New York CNN Business  — 

The nation’s leading provider of police body cameras on Wednesday unveiled new features intended to help law enforcement supervisors better monitor officers and curb problematic behavior — changes the company says were motivated by the killing of George Floyd earlier this year.

Axon body cams captured Floyd’s death at the hands of four fired Minneapolis Police officers. The company, which also makes Taser stun guns, said the incident horrified its workforce, compelling its engineers to brainstorm ways to prevent such situations and maximize transparency when they do occur.

“We are working on really important social problems,” Axon CEO Rick Smith said in an interview. “We do have a responsibility to do it right.”

A protester holds a sign with an image of George Floyd during a peaceful demonstration over George Floyd's death outside LAPD headquarters on June 2, 2020 in Los Angeles.

Finding red flags in footage

The centerpiece of Axon’s latest features is its “Priority-Ranked Video Audit” software, which the company says helps supervisors sift through the thousands of hours of body cam footage many of them receive on a weekly basis to zero in on potential abuses of power.

The software uses an artificial intelligence algorithm that identifies keywords, such as profanity, racial slurs or other red flags. Axon Chief Product Officer Jeff Kunins says the video audit system helps solves one of the major issues police supervisors face in actually catching officer misbehavior.

“The amount of footage is so overwhelmingly large, it’s like finding a needle in a haystack,” Kunins said.

Axon has also designed a “Use-of-Force Dashboard,” which creates interactive reports on incidents in which a department’s officers have forcibly restrained suspects.

The company notes that Derek Chauvin, the officer who knelt on Floyd’s neck for nearly nine minutes, had 18 prior misconduct complaints filed against him over the course of his career. Kunins says complaints such as these often get overlooked because they’re managed with a patchwork of documenting tools that don’t always work in harmony with one another, suggesting Axon’s new dashboard will make it easier to track officers like Chauvin who have patterns of bad behavior.

“All of these [new features] are means that would enable a department to be taking a much more proactive role in having data in their hands to see how their officers are behaving in a wide variety of circumstances and being able to drive changes to policy,” he said.

In December, Axon plans to unveil a new virtual reality “Peer Intervention Training” system that prepares officers to handle confrontations with colleagues. In the George Floyd case, three of the officers who were on the scene have been charged over their alleged failure to intervene when their superior officer knelt on Floyd’s neck.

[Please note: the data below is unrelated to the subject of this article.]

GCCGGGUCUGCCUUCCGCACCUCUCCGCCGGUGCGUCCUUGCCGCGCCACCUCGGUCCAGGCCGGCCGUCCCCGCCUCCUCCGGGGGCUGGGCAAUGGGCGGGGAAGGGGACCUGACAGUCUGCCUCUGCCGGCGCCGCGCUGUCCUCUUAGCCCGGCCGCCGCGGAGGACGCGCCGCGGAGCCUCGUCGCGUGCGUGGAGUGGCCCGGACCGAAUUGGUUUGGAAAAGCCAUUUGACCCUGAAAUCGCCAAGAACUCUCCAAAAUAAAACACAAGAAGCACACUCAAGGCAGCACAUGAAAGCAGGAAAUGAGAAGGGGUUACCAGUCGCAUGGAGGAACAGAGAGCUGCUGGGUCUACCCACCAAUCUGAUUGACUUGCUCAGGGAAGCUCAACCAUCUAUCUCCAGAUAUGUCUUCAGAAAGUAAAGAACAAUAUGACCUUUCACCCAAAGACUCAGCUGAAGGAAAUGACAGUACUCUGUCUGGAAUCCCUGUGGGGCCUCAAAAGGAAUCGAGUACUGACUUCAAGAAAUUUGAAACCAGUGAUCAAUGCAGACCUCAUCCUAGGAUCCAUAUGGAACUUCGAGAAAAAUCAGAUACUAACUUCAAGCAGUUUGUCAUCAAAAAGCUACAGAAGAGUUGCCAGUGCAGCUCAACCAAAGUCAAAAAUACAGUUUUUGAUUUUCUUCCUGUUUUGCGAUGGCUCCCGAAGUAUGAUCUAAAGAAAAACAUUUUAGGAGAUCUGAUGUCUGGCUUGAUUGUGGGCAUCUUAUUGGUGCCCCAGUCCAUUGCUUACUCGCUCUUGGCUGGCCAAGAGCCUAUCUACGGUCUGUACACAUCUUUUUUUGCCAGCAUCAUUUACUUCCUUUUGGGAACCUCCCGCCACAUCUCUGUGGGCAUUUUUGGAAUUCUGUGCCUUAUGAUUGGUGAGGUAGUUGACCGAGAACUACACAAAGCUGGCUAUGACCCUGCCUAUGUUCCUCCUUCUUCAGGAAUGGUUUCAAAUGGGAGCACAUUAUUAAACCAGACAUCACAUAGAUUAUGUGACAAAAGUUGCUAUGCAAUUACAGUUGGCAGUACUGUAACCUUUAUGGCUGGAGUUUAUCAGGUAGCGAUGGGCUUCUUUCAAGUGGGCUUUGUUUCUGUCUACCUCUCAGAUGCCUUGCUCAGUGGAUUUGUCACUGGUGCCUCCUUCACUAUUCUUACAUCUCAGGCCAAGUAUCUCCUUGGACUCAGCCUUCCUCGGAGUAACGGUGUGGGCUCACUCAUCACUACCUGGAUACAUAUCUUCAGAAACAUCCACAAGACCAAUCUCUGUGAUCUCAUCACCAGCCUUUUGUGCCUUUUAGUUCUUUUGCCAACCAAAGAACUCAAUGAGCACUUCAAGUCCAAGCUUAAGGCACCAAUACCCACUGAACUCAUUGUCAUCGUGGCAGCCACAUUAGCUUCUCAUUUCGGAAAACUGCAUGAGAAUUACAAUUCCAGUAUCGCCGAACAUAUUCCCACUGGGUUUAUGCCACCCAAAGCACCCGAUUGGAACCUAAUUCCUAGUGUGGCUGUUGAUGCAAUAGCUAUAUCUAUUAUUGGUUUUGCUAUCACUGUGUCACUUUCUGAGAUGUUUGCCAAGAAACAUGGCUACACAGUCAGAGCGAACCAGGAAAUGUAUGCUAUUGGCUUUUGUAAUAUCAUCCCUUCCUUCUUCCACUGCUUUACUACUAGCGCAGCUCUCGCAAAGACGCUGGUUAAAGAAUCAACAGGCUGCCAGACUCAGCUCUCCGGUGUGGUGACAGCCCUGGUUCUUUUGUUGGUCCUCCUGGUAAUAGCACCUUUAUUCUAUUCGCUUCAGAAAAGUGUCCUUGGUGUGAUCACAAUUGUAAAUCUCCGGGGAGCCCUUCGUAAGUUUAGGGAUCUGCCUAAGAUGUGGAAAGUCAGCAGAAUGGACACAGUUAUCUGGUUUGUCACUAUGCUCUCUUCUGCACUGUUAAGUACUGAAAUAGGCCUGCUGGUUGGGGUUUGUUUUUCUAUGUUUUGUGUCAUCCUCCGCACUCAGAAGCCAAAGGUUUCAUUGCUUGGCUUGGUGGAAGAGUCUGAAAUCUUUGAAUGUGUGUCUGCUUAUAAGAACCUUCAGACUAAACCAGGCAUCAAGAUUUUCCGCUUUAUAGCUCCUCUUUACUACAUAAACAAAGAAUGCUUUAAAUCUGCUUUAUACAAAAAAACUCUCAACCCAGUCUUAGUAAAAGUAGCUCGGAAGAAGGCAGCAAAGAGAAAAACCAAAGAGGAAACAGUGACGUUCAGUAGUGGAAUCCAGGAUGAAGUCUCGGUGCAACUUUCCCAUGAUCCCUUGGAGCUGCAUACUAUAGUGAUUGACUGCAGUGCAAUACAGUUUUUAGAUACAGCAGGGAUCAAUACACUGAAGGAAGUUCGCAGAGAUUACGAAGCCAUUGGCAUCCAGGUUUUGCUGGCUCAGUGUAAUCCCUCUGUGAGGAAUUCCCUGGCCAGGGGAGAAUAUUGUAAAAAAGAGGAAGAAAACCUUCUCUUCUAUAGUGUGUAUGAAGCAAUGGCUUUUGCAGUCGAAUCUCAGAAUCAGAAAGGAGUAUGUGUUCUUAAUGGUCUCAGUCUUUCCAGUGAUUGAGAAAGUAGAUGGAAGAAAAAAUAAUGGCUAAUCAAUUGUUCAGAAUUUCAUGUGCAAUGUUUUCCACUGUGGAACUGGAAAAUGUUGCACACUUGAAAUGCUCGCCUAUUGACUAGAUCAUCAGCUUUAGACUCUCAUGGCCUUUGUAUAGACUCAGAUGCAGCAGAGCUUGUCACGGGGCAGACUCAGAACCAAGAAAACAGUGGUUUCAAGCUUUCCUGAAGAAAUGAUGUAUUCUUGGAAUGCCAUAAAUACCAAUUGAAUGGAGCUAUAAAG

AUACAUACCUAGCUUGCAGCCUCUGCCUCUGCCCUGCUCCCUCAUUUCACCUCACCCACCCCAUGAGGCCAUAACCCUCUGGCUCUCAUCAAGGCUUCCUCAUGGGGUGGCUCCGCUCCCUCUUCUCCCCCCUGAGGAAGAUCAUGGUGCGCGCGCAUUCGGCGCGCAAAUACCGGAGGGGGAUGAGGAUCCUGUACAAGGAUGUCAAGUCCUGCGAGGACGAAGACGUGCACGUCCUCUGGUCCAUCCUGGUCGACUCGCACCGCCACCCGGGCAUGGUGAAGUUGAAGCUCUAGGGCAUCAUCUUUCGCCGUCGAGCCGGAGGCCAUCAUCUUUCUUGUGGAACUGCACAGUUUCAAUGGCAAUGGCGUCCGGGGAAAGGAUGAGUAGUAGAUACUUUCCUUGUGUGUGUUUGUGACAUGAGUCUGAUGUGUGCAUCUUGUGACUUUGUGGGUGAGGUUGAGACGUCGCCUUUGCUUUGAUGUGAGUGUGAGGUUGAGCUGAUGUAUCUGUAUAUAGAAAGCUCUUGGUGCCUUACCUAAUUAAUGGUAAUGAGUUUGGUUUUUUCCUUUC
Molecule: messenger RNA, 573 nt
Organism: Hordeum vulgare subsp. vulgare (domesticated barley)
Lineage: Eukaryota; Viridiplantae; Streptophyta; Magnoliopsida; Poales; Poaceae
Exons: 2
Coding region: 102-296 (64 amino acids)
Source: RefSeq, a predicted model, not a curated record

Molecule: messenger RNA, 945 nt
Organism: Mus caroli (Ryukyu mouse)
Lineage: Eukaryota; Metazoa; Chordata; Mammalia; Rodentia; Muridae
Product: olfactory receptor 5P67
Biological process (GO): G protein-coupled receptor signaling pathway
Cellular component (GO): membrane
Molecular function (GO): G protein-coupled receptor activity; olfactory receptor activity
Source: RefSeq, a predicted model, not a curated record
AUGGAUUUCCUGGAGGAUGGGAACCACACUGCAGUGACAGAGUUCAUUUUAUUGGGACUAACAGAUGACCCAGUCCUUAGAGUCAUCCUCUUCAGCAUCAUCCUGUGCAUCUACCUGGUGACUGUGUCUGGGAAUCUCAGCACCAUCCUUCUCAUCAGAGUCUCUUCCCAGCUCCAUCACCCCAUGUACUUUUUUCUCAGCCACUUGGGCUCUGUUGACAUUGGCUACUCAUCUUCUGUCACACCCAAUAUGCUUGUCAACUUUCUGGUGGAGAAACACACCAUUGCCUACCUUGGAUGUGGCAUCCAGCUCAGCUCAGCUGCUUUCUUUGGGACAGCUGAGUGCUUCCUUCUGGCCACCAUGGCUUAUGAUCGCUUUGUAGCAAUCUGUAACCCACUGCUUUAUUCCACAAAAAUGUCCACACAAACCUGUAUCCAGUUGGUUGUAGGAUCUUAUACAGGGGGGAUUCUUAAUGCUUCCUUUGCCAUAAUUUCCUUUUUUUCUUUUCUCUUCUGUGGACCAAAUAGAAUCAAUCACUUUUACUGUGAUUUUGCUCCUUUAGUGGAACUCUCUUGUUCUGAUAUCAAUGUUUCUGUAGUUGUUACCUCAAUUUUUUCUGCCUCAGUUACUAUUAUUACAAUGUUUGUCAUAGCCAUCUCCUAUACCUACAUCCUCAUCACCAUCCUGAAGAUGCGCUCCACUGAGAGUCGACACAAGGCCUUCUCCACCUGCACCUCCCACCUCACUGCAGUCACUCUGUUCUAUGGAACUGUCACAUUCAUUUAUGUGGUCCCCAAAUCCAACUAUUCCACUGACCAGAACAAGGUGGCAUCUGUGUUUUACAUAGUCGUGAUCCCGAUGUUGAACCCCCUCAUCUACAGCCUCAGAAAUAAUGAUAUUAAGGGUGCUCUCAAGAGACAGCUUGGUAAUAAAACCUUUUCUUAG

“If we’re going to actually get younger police officers to challenge a senior officer when he’s crossed the line, that is going to require some intensive training,” Smith said. “The intensity of what we can do in VR is going to be part of the shift that if you see somebody cross the line, it doesn’t matter how old they are or how senior. They can take your livelihood in addition to the life of the person they’re abusing.”

Axon body 3.

Questions over body cams

Axon points to multiple studies that show body cams reduce misconduct complaints and uses of force in policing. Smith says it’s clear body cams and other surveillance technology has a role to play in eliminating police brutality.

“That doesn’t mean these problems are going to go away overnight,” he said. “I’m not aware of any civil rights group saying we don’t want body cameras. They want them to be used and released more consistently.”

Even as the technology improves, there are questions among law-enforcement experts over how much body cameras improve officer accountability. Additional surveillance doesn’t ensure convictions or even charges when police are the suspects, notes Bowling Green State University professor Phillip Stinson, who studies police criminality.

Stinson points to several instances of police killing unarmed people on camera in what he said appeared to be “slam dunk” criminal cases that ended with non-indictments or hung juries.

“Whereas we thought body cams were going to solve a lot of problems, it just hasn’t worked out that way so far,” Stinson told CNN Business.

Chicago activist Bertha Purnell, founder of the anti-gun violence group Mothers on a Mission, is one of the community leaders Axon has tapped for insight on its latest tech offerings. She says the new features will help improve police transparency, but it only works when departments commit to releasing footage to the public in a timely manner.

“What’s the sense in having it if you’re not going to let it be seen?” Purnell said.